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Where to turn when emergency lights and sirens approach on Hwy 17
Every now and then, Street Smarts receives questions from readers who are too shy to give their name. Here's one of them: "Just a quick question prompted by some accidents during rush-hour on 17 this past week in the rain. What is the proper protocol for yielding to emergency vehicles when stuck in traffic? In my years of commuting over the hill, my experience has usually been that vehicles split the lanes and emergency vehicles go through the middle. In one accident back-up, many cars were trying to move over from the left lane to the right lane to clear the left lane for emergency vehicles but this obviously backed up traffic even more as there were twice as many cars trying to squeeze into the right lane but the right lane was already bumper-to-bumper backed up, so the would-be lane changers were stuck between the two lanes. Some cars were splitting the lanes, but others clearly couldn't decide what to do and it ended up creating what looked like some needless delay for emergency responders. Wondering if it is actually expected that drivers will split the lanes? Maybe a note on the electronic billboards would be helpful, too." Highway 17 does pose some special challenges for emergency crews, especially along the portions of the highway that have not been widened. I sent the shy reader's question to officer Brad Sadek, spokesman for the local CHP office. In responding, he cited California Vehicle Code section 21806, which instructs drivers to yield the right of way to emergency responders by moving their vehicle to the right side of the road, clear of any intersections, and stop and remained stopped until the emergency vehicle(s) pass. The section also tells drivers to do whatever emergency responders instruct them to do. Read the full section at https://www.dmv.ca.gov/pubs/vctop/d11/vc21806.htm. "On some roads, State Route-17 being a perfect example, it can be difficult or nearly impossible for drivers to move to the right," said Sadek. "As we respond with lights and siren, also known as 'Code-Three,' we often see people attempt to move over to the right. Unfortunately, there are many areas where no shoulders exist. Nonetheless, emergency personnel is still required to respond to an incident in a reasonably safe an expedient manner, so how do we do it?" They tell drivers where to go on the road using the public address systems mounted inside their vehicles. "In a way, we part the sea of traffic, clearing a space for us to safely respond," he explained. "Safe use of this unique response technique requires us to respond much slower than we would using the left lane entirely, because we are essentially directing each motorist to move their vehicle in a particular manner. It also requires us to be very diligent due to the fact a motorist might decide to pull to the right at the last moment causing a collision." Sadek could not reiterate enough that motorists are to pull to the right when lights and sirens approach from behind unless the emergency responder dictates otherwise. "When a motorist finds themselves in bumper to bumper traffic with emergency personnel responding 'Code-Three' in their rear view mirror, they should turn down the radio and crack a window so they are able to hear the directions from the P.A. system and respond appropriately," he said.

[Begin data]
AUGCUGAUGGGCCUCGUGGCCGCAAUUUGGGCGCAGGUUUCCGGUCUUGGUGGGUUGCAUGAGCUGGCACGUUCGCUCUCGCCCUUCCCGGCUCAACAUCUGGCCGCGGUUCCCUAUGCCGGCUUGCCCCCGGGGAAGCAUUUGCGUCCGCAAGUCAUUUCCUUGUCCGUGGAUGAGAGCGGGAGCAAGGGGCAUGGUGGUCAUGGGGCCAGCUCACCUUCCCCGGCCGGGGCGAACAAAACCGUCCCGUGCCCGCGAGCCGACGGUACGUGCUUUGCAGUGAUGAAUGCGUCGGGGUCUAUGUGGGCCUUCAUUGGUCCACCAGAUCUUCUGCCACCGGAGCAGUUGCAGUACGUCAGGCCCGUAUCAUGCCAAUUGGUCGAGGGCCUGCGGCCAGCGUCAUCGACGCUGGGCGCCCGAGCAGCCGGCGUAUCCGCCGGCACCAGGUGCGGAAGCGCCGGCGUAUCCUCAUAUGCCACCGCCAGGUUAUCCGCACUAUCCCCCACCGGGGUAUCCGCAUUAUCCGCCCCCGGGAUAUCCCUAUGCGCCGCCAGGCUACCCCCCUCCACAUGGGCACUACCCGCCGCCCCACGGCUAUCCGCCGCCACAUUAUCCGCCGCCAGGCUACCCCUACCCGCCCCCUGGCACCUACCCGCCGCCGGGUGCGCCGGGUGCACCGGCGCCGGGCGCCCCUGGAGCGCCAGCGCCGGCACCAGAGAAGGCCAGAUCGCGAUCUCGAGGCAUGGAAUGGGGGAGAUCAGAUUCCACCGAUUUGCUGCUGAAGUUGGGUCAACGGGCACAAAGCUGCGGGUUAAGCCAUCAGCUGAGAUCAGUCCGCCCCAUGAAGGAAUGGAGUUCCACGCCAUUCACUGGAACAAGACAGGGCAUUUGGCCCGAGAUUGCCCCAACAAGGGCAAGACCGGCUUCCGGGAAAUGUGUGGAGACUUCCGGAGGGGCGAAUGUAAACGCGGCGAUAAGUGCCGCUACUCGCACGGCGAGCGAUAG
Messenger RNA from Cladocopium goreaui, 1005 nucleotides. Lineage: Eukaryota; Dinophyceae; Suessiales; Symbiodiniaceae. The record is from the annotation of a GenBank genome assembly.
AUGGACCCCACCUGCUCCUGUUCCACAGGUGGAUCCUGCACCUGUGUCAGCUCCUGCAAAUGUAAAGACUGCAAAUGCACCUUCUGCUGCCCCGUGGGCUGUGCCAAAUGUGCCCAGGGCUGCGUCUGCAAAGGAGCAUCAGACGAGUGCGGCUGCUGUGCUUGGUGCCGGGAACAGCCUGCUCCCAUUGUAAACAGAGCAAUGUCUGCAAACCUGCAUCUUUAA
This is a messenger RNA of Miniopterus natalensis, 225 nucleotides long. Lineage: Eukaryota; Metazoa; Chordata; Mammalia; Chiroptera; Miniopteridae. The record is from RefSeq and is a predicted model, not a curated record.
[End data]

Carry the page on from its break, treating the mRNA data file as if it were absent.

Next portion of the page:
This entry was posted in California Vehicle Code, CHP, driver education, Driver safety, emergency responders, emergency vehicles, Highway 17, law enforcement, police, Public safety, roads, Traffic collisions, Traffic Enforcement, traffic laws, Uncategorized and tagged driver education, Driver safety, emergency vehicles, ettiquette, Highway 17, law enforcment, traffic collision. Bookmark the permalink.